How to play PC games on your TV
- — 13 February, 2012 13:00
Adjusting emulator settings
Next you need to run your (legally obtained) emulator on your PC, dig into the video settings, and find the full-screen resolution setting. Crank it up to match the maximum resolution of your HDTV. You might run into trouble with older emulators that offer only a list of fixed resolutions, as they may not go high enough to match your HDTV; if that's the case with your emulator, you’ll have to open the emulator’s configuration file and put your desired resolution settings in there manually.
Thankfully, this procedure is not as scary as it sounds. As an example, I configured the Neo-Geo emulation program WinKawaks to run at 1280 by 720 resolution by editing the WinKawaks.ini file (usually you can find a similar .ini file containing video settings in the folder that corresponds to your emulator).
Within the first 20 lines of the WinKawaks.ini, you’ll come across the following lines of text:
In those settings, simply change the 640 to 1280, and change the 480 to 720.
Save the file, and open the emulator -- and, whatever you do, don’t touch the resolution settings in the menu, or you'll overwrite the change you just made in the .ini file.
Now, if your PC desktop is showing up on your HDTV, you should be ready to rock. Of course, you have to tweak a few more video settings first if you want to get the best gaming results on your HDTV. Not all games or game emulators have these options; if you can make the following changes, however, you’ll obtain solid results.
Your first priority is to find and select the 'Maintain aspect ratio' setting. If you don’t, often you’ll end up with old games configured for a 4:3-aspect-ratio screen stretched out to match your widescreen resolution, and they’ll look terrible.
Next, you should enable the 'Stretch image' option if you can. I know I just said that stretching isn't advisable, but here's why you might want to do it anyway: Not all old consoles output a perfect 4:3 resolution. The NES, for example, had almost-square proportions, at 240 by 224. If you set up your emulator to maintain the original aspect ratio, stretching the image output on your HDTV just a bit gives you the best of both worlds and produces an image that's as close to that of the original game as possible. This setup is really appropriate for playing classic PC games in Windows 7, since it helps to ameliorate the issues with playing older PC games that use wonky resolutions.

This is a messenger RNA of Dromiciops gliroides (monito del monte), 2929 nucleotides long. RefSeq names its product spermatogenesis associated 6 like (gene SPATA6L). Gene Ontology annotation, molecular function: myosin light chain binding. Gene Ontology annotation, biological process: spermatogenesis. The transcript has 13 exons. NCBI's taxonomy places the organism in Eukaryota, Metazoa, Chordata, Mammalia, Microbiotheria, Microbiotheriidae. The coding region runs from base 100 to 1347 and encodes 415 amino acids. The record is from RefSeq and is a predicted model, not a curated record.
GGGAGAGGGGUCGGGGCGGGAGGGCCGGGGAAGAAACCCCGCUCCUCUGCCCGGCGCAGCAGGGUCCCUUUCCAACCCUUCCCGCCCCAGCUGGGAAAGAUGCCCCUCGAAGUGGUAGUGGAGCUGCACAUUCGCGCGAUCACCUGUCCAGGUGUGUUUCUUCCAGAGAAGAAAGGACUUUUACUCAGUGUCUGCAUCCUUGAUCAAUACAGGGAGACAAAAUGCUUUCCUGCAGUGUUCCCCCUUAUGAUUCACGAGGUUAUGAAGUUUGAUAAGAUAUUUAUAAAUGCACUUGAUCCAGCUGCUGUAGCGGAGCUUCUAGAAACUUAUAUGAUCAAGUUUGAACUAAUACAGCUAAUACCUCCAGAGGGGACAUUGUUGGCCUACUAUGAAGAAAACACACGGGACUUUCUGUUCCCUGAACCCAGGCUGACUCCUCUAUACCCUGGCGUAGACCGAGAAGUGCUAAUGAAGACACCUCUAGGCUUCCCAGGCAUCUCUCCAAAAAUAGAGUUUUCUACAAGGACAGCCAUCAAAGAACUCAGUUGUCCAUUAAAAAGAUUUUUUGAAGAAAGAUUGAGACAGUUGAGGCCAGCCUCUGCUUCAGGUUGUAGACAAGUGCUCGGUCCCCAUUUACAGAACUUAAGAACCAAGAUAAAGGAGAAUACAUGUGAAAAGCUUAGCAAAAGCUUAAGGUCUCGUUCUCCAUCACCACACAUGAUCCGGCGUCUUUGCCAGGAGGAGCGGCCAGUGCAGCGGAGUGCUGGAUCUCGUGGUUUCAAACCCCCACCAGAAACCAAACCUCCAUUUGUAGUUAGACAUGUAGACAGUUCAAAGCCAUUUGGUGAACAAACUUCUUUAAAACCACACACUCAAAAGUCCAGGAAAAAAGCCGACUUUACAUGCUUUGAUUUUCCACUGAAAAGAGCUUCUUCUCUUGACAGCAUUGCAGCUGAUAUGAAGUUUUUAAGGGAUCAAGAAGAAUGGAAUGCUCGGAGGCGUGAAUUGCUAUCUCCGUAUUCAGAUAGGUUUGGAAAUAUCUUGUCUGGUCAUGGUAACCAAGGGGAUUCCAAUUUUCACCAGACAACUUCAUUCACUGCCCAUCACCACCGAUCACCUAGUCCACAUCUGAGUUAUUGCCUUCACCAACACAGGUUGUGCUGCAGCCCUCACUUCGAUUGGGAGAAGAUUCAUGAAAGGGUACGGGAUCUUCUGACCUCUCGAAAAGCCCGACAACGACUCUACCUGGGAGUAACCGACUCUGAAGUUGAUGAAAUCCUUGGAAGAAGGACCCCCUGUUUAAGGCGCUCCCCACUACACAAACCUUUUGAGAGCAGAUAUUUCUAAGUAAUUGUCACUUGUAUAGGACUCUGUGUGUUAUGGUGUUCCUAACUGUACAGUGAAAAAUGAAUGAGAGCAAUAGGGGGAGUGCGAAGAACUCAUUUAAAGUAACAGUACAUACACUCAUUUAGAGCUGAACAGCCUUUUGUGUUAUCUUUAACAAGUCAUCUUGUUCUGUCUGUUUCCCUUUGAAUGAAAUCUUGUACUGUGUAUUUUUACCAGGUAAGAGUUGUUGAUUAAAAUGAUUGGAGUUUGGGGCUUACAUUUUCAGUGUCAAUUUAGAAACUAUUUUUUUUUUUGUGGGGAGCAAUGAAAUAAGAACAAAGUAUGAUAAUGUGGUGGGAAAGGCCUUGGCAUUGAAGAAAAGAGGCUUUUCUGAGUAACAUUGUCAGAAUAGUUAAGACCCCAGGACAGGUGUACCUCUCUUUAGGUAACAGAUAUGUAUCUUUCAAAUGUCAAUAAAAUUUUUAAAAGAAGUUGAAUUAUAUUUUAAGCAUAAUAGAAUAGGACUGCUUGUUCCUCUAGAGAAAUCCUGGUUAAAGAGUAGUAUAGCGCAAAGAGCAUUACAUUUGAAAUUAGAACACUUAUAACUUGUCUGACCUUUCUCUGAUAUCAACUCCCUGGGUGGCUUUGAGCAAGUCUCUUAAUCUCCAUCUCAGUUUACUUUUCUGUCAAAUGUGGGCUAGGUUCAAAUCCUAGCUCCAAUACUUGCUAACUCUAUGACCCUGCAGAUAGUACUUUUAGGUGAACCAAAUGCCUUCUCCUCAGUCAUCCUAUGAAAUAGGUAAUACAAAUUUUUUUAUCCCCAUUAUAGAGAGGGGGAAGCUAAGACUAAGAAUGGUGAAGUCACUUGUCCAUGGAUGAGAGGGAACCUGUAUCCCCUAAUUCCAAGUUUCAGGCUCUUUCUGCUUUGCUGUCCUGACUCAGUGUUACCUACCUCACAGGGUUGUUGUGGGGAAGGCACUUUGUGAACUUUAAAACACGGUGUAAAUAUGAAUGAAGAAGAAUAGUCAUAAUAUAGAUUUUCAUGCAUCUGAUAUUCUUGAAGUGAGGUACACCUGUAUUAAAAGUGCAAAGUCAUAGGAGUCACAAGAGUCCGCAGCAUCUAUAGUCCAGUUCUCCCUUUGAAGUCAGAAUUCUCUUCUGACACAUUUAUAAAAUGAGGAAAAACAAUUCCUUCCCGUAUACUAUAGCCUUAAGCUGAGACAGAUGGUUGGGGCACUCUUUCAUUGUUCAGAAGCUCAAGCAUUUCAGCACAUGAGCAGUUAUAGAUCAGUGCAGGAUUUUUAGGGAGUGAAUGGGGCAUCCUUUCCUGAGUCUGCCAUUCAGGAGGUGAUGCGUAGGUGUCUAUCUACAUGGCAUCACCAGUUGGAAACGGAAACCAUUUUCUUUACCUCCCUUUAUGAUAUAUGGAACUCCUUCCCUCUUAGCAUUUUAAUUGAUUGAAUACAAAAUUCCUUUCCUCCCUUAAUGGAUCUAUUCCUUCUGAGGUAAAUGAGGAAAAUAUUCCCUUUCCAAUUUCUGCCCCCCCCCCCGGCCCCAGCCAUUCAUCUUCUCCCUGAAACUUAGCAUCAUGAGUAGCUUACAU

Finally, determine whether your game of choice supports bilinear filtering. Turn it on in your older PC games, and they will look much better on your big screen. Your emulator may also support bilinear filtering, but be cautious: Image filtering is, to put it mildly, a contentious issue when it comes to emulator fidelity. Some emulators have a TV-mode function that you might want to try, but they are inconsistent and most of them don’t emulate the appearance of classic games very well; instead, enable bilinear filtering to slightly smooth the picture on your big screen without detracting too much from the overall classic-gaming experience.
At this point you should be all set to go. Start up a PC game, throw it into full-screen mode, and enjoy.
One final tip: Now that you’re up and running from the couch (presumably with a gamepad or two), you'll likely find it convenient to operate PC game menus without having to grab the mouse. You probably already know about the free PC-gaming application JoyToKey, which allows you to map PC keyboard keys to a button on your joystick or gamepad; what you may not know is that JoyToKey also lets you map mouse movement and mouse buttons to your gamepad's joysticks and face buttons, respectively. Give it a shot, and game on.